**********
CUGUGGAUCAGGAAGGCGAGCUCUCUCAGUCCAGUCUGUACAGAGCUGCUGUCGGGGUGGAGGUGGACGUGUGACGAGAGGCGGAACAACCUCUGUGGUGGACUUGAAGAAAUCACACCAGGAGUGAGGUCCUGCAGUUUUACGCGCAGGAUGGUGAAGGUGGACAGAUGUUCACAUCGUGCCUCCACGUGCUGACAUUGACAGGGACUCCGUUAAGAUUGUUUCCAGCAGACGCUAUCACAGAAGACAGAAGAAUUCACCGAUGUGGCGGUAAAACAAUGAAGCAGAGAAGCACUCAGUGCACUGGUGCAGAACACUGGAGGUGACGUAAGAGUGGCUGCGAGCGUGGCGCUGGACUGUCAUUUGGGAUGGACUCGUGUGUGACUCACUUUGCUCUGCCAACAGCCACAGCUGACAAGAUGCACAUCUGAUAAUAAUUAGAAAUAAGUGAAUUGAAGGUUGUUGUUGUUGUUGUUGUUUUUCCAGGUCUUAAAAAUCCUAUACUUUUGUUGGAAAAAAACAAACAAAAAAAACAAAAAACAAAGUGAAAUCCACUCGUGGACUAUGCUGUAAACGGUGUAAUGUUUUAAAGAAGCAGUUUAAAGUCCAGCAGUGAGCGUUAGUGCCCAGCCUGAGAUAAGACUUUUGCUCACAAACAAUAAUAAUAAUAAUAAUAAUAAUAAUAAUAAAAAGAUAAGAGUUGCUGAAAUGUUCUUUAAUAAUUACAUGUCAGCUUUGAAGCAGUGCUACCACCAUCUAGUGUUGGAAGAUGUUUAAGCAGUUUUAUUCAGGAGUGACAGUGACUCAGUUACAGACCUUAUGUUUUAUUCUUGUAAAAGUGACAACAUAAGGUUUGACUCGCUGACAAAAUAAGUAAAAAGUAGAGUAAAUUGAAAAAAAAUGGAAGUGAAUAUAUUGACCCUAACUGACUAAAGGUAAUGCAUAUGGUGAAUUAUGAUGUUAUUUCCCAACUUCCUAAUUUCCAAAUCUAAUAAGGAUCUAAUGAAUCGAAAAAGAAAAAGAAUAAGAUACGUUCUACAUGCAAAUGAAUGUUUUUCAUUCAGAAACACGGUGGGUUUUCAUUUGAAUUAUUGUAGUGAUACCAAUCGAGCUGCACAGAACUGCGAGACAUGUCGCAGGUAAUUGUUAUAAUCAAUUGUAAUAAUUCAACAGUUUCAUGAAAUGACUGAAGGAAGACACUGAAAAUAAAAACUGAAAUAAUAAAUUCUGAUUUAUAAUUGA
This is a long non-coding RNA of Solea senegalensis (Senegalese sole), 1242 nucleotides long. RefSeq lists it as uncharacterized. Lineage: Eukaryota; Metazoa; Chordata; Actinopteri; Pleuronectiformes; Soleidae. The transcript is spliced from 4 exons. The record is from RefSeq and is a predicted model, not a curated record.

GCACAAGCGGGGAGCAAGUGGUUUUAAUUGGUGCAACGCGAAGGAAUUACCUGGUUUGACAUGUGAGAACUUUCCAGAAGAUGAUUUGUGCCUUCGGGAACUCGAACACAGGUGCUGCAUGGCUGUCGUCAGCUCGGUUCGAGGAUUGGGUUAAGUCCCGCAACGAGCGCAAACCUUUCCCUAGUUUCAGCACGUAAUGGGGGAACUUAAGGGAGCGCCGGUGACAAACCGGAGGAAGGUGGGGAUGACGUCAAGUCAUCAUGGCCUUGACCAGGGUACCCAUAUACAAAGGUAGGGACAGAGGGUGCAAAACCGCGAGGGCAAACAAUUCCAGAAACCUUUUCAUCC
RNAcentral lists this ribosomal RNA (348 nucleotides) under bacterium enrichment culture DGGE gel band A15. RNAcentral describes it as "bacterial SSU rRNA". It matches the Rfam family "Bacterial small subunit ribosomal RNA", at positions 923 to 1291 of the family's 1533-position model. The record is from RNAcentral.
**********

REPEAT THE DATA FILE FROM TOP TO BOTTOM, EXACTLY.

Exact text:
CUGUGGAUCAGGAAGGCGAGCUCUCUCAGUCCAGUCUGUACAGAGCUGCUGUCGGGGUGGAGGUGGACGUGUGACGAGAGGCGGAACAACCUCUGUGGUGGACUUGAAGAAAUCACACCAGGAGUGAGGUCCUGCAGUUUUACGCGCAGGAUGGUGAAGGUGGACAGAUGUUCACAUCGUGCCUCCACGUGCUGACAUUGACAGGGACUCCGUUAAGAUUGUUUCCAGCAGACGCUAUCACAGAAGACAGAAGAAUUCACCGAUGUGGCGGUAAAACAAUGAAGCAGAGAAGCACUCAGUGCACUGGUGCAGAACACUGGAGGUGACGUAAGAGUGGCUGCGAGCGUGGCGCUGGACUGUCAUUUGGGAUGGACUCGUGUGUGACUCACUUUGCUCUGCCAACAGCCACAGCUGACAAGAUGCACAUCUGAUAAUAAUUAGAAAUAAGUGAAUUGAAGGUUGUUGUUGUUGUUGUUGUUUUUCCAGGUCUUAAAAAUCCUAUACUUUUGUUGGAAAAAAACAAACAAAAAAAACAAAAAACAAAGUGAAAUCCACUCGUGGACUAUGCUGUAAACGGUGUAAUGUUUUAAAGAAGCAGUUUAAAGUCCAGCAGUGAGCGUUAGUGCCCAGCCUGAGAUAAGACUUUUGCUCACAAACAAUAAUAAUAAUAAUAAUAAUAAUAAUAAUAAAAAGAUAAGAGUUGCUGAAAUGUUCUUUAAUAAUUACAUGUCAGCUUUGAAGCAGUGCUACCACCAUCUAGUGUUGGAAGAUGUUUAAGCAGUUUUAUUCAGGAGUGACAGUGACUCAGUUACAGACCUUAUGUUUUAUUCUUGUAAAAGUGACAACAUAAGGUUUGACUCGCUGACAAAAUAAGUAAAAAGUAGAGUAAAUUGAAAAAAAAUGGAAGUGAAUAUAUUGACCCUAACUGACUAAAGGUAAUGCAUAUGGUGAAUUAUGAUGUUAUUUCCCAACUUCCUAAUUUCCAAAUCUAAUAAGGAUCUAAUGAAUCGAAAAAGAAAAAGAAUAAGAUACGUUCUACAUGCAAAUGAAUGUUUUUCAUUCAGAAACACGGUGGGUUUUCAUUUGAAUUAUUGUAGUGAUACCAAUCGAGCUGCACAGAACUGCGAGACAUGUCGCAGGUAAUUGUUAUAAUCAAUUGUAAUAAUUCAACAGUUUCAUGAAAUGACUGAAGGAAGACACUGAAAAUAAAAACUGAAAUAAUAAAUUCUGAUUUAUAAUUGA
This is a long non-coding RNA of Solea senegalensis (Senegalese sole), 1242 nucleotides long. RefSeq lists it as uncharacterized. Lineage: Eukaryota; Metazoa; Chordata; Actinopteri; Pleuronectiformes; Soleidae. The transcript is spliced from 4 exons. The record is from RefSeq and is a predicted model, not a curated record.

GCACAAGCGGGGAGCAAGUGGUUUUAAUUGGUGCAACGCGAAGGAAUUACCUGGUUUGACAUGUGAGAACUUUCCAGAAGAUGAUUUGUGCCUUCGGGAACUCGAACACAGGUGCUGCAUGGCUGUCGUCAGCUCGGUUCGAGGAUUGGGUUAAGUCCCGCAACGAGCGCAAACCUUUCCCUAGUUUCAGCACGUAAUGGGGGAACUUAAGGGAGCGCCGGUGACAAACCGGAGGAAGGUGGGGAUGACGUCAAGUCAUCAUGGCCUUGACCAGGGUACCCAUAUACAAAGGUAGGGACAGAGGGUGCAAAACCGCGAGGGCAAACAAUUCCAGAAACCUUUUCAUCC
RNAcentral lists this ribosomal RNA (348 nucleotides) under bacterium enrichment culture DGGE gel band A15. RNAcentral describes it as "bacterial SSU rRNA". It matches the Rfam family "Bacterial small subunit ribosomal RNA", at positions 923 to 1291 of the family's 1533-position model. The record is from RNAcentral.